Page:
To the tired worker solitude in pastoral scenes on the moor or mountain side or by the sea brings the peace and repose that comes from quietude. This is an age of noise; we have grown up without noticing its gradual] increase. In industrial pursuits the harmful effects of excessive noise on the hearing and the part it plays in producing fatigue are well known: in so far as they are unavoidable, they represent one of the costs of industrial civilisation. Are the noises of the city highway, in any serious measure, harmful to health? Many street noises are unrhythmic, discordant, varied in quality, pitch and, intensity and, above all, unpredictable. The sudden unexpected screech of the hooter, the rattling of the heavy omnibus, of the laden lorry, the unexpected explosion of the exhaust of the motor vehicle overstimulate and call up unnecessarily the sense of hearing and exhaust the brain; the noisiness of London means an enormous drain of energy even from those who are not acutely conscious of the noise as a nuisance, but who, nevertheless, all the while are unconsciously putting up a resistance to it. These noises harm the passers-by whose brains are not concentrated on work; the office worker must perforce take steps to combat the insufferable nuisance. The windows must be kept closed, with all the consequent disadvantages of discomfort ensuing on inadequate ventilation. This precaution does not always suffice in the case of professional men grappling with vital and intricate problems; the disturbance of intensive concentration causes irritation and the consequence is fatigue. Thousands of people work late at night and right through the night hours, sleeping as best they can during the daytime when noises and sounds prevent the unbroken sleep which is needed to give the body perfect rest so that it can store up energy for the working hours.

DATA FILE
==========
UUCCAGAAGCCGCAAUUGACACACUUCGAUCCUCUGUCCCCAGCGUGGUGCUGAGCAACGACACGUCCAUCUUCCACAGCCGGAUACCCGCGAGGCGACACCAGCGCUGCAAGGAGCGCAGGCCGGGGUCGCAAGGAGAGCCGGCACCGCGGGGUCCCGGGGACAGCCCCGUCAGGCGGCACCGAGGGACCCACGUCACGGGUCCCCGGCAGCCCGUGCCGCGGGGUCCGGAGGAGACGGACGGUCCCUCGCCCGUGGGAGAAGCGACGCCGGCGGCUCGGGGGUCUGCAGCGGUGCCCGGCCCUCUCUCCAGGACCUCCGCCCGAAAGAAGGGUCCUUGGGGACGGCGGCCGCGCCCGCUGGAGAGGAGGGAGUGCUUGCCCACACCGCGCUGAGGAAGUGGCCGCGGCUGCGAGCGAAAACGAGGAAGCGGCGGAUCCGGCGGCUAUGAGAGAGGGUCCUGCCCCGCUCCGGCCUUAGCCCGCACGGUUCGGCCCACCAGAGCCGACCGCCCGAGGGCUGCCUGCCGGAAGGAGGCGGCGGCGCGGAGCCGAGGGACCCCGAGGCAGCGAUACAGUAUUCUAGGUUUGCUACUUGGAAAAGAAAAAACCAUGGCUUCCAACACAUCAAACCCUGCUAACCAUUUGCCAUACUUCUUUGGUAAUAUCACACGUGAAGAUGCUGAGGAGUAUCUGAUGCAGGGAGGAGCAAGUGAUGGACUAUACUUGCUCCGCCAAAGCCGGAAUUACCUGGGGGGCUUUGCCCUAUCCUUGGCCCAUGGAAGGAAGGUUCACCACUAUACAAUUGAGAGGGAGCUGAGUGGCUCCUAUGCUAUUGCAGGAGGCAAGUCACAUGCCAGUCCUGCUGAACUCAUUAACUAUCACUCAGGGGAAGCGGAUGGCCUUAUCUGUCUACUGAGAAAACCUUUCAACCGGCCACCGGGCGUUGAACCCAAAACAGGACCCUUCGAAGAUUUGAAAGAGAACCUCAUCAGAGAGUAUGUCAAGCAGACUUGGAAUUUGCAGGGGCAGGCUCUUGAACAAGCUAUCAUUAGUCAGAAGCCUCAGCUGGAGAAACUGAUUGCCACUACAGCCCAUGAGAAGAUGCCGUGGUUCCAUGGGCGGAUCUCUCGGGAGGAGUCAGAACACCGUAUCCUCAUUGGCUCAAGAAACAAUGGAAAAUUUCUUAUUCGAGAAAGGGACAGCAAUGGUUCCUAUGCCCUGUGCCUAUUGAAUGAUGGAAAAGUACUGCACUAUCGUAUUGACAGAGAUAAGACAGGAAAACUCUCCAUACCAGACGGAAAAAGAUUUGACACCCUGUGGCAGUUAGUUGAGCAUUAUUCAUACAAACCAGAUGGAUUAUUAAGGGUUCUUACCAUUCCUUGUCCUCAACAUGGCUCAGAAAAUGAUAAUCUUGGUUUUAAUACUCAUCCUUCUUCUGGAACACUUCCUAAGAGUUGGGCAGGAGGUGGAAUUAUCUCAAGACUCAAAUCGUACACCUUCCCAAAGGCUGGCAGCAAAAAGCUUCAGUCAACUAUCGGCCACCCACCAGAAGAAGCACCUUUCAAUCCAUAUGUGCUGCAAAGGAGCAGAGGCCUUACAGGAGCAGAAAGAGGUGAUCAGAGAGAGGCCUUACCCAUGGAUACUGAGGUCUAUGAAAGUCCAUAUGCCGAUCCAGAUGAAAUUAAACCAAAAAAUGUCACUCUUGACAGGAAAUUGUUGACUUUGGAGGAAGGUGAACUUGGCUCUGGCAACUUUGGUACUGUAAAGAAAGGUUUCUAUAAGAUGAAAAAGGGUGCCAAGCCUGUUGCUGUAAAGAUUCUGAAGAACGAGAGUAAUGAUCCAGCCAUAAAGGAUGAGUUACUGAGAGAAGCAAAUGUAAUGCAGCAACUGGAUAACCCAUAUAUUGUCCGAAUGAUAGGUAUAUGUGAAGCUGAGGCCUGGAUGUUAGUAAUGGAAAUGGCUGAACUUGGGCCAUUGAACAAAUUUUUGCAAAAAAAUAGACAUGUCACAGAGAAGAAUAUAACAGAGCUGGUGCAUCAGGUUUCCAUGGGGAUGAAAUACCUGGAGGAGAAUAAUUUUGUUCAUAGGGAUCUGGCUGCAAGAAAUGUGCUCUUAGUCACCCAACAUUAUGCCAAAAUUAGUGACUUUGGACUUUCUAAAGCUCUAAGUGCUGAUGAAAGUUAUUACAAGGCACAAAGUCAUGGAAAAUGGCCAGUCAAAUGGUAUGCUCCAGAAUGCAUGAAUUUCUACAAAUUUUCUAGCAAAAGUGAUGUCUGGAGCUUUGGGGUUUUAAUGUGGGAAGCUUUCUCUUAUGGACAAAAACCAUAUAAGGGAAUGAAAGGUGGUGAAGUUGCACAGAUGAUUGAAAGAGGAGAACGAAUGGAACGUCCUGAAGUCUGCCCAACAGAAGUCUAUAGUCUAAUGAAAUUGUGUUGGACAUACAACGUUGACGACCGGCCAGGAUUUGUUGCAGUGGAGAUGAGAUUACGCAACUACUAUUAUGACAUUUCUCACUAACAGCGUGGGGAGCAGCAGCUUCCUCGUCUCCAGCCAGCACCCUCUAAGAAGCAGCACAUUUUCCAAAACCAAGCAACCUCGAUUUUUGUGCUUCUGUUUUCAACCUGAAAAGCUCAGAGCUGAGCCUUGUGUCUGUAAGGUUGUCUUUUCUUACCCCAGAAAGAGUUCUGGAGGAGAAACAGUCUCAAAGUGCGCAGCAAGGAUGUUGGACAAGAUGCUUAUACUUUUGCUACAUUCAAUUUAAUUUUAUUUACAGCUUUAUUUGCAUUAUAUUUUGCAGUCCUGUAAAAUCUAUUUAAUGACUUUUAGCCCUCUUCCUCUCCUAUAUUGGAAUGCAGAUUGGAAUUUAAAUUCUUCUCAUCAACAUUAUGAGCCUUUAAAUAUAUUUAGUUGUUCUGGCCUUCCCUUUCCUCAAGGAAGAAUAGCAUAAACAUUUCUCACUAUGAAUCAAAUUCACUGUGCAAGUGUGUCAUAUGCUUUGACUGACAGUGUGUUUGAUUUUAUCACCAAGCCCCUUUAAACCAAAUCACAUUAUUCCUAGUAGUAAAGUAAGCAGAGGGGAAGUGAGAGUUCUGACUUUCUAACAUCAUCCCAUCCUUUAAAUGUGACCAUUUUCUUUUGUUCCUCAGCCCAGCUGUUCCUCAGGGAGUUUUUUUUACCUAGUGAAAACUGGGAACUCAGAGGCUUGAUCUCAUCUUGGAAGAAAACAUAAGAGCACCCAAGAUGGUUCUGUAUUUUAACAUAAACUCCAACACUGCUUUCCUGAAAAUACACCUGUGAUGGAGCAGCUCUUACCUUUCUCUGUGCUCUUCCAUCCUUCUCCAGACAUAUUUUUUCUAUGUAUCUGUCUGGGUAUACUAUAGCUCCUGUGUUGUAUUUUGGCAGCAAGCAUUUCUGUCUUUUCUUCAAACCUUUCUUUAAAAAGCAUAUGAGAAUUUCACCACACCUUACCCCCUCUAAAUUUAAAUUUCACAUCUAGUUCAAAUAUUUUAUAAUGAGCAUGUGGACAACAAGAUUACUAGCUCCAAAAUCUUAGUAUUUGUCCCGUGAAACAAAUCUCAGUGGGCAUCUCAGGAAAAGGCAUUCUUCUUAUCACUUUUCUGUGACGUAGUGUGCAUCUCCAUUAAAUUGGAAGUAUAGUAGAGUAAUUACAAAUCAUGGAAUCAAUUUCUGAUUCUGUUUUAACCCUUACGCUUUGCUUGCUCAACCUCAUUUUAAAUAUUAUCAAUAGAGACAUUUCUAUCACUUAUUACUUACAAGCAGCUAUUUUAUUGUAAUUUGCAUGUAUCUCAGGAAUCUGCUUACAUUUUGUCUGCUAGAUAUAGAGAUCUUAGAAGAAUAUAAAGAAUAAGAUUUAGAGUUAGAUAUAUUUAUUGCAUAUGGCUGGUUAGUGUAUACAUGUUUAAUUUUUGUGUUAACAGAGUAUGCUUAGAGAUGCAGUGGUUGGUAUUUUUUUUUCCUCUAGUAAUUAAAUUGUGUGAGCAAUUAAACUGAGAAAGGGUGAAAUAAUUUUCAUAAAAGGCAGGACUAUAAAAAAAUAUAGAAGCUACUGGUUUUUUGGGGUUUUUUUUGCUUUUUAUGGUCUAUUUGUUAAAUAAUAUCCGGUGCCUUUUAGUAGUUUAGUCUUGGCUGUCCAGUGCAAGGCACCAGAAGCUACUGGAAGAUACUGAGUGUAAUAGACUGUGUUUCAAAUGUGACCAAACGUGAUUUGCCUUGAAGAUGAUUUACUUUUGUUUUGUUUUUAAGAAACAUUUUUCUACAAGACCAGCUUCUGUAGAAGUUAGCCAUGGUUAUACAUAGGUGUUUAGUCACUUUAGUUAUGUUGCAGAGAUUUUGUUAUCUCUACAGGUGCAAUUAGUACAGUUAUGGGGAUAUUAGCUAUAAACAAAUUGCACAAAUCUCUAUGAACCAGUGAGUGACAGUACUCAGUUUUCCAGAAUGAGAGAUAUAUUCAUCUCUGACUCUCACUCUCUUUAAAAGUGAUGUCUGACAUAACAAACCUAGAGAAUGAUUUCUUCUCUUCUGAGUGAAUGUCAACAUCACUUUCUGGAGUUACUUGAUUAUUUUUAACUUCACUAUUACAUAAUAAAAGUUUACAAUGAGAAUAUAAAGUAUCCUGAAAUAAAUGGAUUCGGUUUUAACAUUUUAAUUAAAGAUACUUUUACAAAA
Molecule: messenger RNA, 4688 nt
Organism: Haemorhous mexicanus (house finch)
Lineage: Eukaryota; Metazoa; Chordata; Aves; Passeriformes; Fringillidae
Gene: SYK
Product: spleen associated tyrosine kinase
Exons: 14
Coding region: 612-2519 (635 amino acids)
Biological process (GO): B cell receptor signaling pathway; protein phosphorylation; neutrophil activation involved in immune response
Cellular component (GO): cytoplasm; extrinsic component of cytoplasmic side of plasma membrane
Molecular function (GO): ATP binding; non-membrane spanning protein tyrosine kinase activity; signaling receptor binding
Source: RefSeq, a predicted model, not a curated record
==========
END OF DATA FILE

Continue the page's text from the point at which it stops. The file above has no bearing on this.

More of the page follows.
For the sick and convalescent in hospitals and nursing homes, quiet is imperative at all times: for these sufferers zones of silence must be enforced. Legislation already exists to deal with certain objectionable noises; soon it will be extended to motor traffic. A responsible Conference has recommended the making of a regulation* under the Motor Car Acts to deal with extensive and avoidable noise from motor vehicles which are badly constructed, badly loaded or in faulty condition. The Conference agreed that the excessive use of horns and their nerve racking noise constituted a legitimate grievance. Other remedies worthy of consideration are the placing of white lines across the opening of side roads into main roads to obviate hooting, the limitation of weight and bulk of goods carried by road, the control of the speed and hours of work of lorries, the prohibition of the sale of motor cycles without effective silencers, the prohibition of the use of pneumatic drills at night in proximity to occupied dwelling houses. Much is to be said in favour of the total prohibition of such drills on the ground of the injury to health caused to the workmen using them. A comprehensive measure would be the inclusion of all excessive and avoidable noise, whatever its source, as a nuisance with which sanitary authorities were empowered to deal under new Public Health legislation.